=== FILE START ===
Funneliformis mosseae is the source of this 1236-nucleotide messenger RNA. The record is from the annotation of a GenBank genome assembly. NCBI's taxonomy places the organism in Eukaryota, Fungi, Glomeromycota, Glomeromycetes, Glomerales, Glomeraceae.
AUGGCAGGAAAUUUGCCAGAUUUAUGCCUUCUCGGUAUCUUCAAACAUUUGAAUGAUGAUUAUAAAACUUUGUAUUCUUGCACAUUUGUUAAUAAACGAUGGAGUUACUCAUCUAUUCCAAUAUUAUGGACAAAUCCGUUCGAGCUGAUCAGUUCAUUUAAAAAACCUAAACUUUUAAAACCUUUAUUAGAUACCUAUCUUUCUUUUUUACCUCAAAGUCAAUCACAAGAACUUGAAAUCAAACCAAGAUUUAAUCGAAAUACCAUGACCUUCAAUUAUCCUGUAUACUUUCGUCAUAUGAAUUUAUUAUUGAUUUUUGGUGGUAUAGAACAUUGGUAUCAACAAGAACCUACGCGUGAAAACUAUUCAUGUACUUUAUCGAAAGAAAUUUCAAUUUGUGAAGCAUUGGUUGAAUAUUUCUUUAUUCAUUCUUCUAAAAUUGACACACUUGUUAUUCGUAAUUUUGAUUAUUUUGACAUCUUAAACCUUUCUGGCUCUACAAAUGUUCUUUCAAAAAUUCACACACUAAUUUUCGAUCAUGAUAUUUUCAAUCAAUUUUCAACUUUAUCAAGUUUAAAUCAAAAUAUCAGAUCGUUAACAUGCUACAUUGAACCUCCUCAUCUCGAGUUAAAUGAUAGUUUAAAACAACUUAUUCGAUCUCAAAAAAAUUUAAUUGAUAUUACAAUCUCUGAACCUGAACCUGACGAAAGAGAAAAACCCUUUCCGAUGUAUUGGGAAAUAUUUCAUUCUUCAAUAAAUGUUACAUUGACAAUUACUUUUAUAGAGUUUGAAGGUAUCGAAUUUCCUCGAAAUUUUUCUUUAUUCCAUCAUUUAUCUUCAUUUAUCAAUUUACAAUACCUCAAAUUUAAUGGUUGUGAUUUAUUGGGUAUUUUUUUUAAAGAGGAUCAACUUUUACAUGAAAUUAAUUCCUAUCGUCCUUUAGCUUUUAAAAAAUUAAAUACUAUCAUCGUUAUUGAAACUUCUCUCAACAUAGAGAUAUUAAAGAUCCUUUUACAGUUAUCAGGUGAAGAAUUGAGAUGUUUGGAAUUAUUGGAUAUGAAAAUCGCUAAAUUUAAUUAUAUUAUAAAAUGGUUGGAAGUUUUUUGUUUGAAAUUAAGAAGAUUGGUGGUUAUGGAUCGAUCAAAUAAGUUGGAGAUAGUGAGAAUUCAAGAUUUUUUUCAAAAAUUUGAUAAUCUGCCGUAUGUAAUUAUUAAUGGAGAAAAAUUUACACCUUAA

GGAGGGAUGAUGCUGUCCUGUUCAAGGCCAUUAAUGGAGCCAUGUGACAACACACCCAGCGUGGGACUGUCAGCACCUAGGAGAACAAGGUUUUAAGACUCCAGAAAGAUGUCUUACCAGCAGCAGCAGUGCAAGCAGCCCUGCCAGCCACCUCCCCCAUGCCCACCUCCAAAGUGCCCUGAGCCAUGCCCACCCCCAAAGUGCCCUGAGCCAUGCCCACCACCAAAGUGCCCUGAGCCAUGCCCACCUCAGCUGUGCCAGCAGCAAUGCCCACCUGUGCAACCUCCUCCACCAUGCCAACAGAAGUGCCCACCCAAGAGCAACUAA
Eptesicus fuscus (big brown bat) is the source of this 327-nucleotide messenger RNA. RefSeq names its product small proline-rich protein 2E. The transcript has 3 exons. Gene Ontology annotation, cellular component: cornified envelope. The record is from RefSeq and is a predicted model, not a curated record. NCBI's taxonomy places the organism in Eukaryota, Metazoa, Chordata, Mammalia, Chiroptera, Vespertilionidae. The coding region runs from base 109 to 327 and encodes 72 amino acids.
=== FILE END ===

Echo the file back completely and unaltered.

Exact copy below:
Funneliformis mosseae is the source of this 1236-nucleotide messenger RNA. The record is from the annotation of a GenBank genome assembly. NCBI's taxonomy places the organism in Eukaryota, Fungi, Glomeromycota, Glomeromycetes, Glomerales, Glomeraceae.
AUGGCAGGAAAUUUGCCAGAUUUAUGCCUUCUCGGUAUCUUCAAACAUUUGAAUGAUGAUUAUAAAACUUUGUAUUCUUGCACAUUUGUUAAUAAACGAUGGAGUUACUCAUCUAUUCCAAUAUUAUGGACAAAUCCGUUCGAGCUGAUCAGUUCAUUUAAAAAACCUAAACUUUUAAAACCUUUAUUAGAUACCUAUCUUUCUUUUUUACCUCAAAGUCAAUCACAAGAACUUGAAAUCAAACCAAGAUUUAAUCGAAAUACCAUGACCUUCAAUUAUCCUGUAUACUUUCGUCAUAUGAAUUUAUUAUUGAUUUUUGGUGGUAUAGAACAUUGGUAUCAACAAGAACCUACGCGUGAAAACUAUUCAUGUACUUUAUCGAAAGAAAUUUCAAUUUGUGAAGCAUUGGUUGAAUAUUUCUUUAUUCAUUCUUCUAAAAUUGACACACUUGUUAUUCGUAAUUUUGAUUAUUUUGACAUCUUAAACCUUUCUGGCUCUACAAAUGUUCUUUCAAAAAUUCACACACUAAUUUUCGAUCAUGAUAUUUUCAAUCAAUUUUCAACUUUAUCAAGUUUAAAUCAAAAUAUCAGAUCGUUAACAUGCUACAUUGAACCUCCUCAUCUCGAGUUAAAUGAUAGUUUAAAACAACUUAUUCGAUCUCAAAAAAAUUUAAUUGAUAUUACAAUCUCUGAACCUGAACCUGACGAAAGAGAAAAACCCUUUCCGAUGUAUUGGGAAAUAUUUCAUUCUUCAAUAAAUGUUACAUUGACAAUUACUUUUAUAGAGUUUGAAGGUAUCGAAUUUCCUCGAAAUUUUUCUUUAUUCCAUCAUUUAUCUUCAUUUAUCAAUUUACAAUACCUCAAAUUUAAUGGUUGUGAUUUAUUGGGUAUUUUUUUUAAAGAGGAUCAACUUUUACAUGAAAUUAAUUCCUAUCGUCCUUUAGCUUUUAAAAAAUUAAAUACUAUCAUCGUUAUUGAAACUUCUCUCAACAUAGAGAUAUUAAAGAUCCUUUUACAGUUAUCAGGUGAAGAAUUGAGAUGUUUGGAAUUAUUGGAUAUGAAAAUCGCUAAAUUUAAUUAUAUUAUAAAAUGGUUGGAAGUUUUUUGUUUGAAAUUAAGAAGAUUGGUGGUUAUGGAUCGAUCAAAUAAGUUGGAGAUAGUGAGAAUUCAAGAUUUUUUUCAAAAAUUUGAUAAUCUGCCGUAUGUAAUUAUUAAUGGAGAAAAAUUUACACCUUAA

GGAGGGAUGAUGCUGUCCUGUUCAAGGCCAUUAAUGGAGCCAUGUGACAACACACCCAGCGUGGGACUGUCAGCACCUAGGAGAACAAGGUUUUAAGACUCCAGAAAGAUGUCUUACCAGCAGCAGCAGUGCAAGCAGCCCUGCCAGCCACCUCCCCCAUGCCCACCUCCAAAGUGCCCUGAGCCAUGCCCACCCCCAAAGUGCCCUGAGCCAUGCCCACCACCAAAGUGCCCUGAGCCAUGCCCACCUCAGCUGUGCCAGCAGCAAUGCCCACCUGUGCAACCUCCUCCACCAUGCCAACAGAAGUGCCCACCCAAGAGCAACUAA
Eptesicus fuscus (big brown bat) is the source of this 327-nucleotide messenger RNA. RefSeq names its product small proline-rich protein 2E. The transcript has 3 exons. Gene Ontology annotation, cellular component: cornified envelope. The record is from RefSeq and is a predicted model, not a curated record. NCBI's taxonomy places the organism in Eukaryota, Metazoa, Chordata, Mammalia, Chiroptera, Vespertilionidae. The coding region runs from base 109 to 327 and encodes 72 amino acids.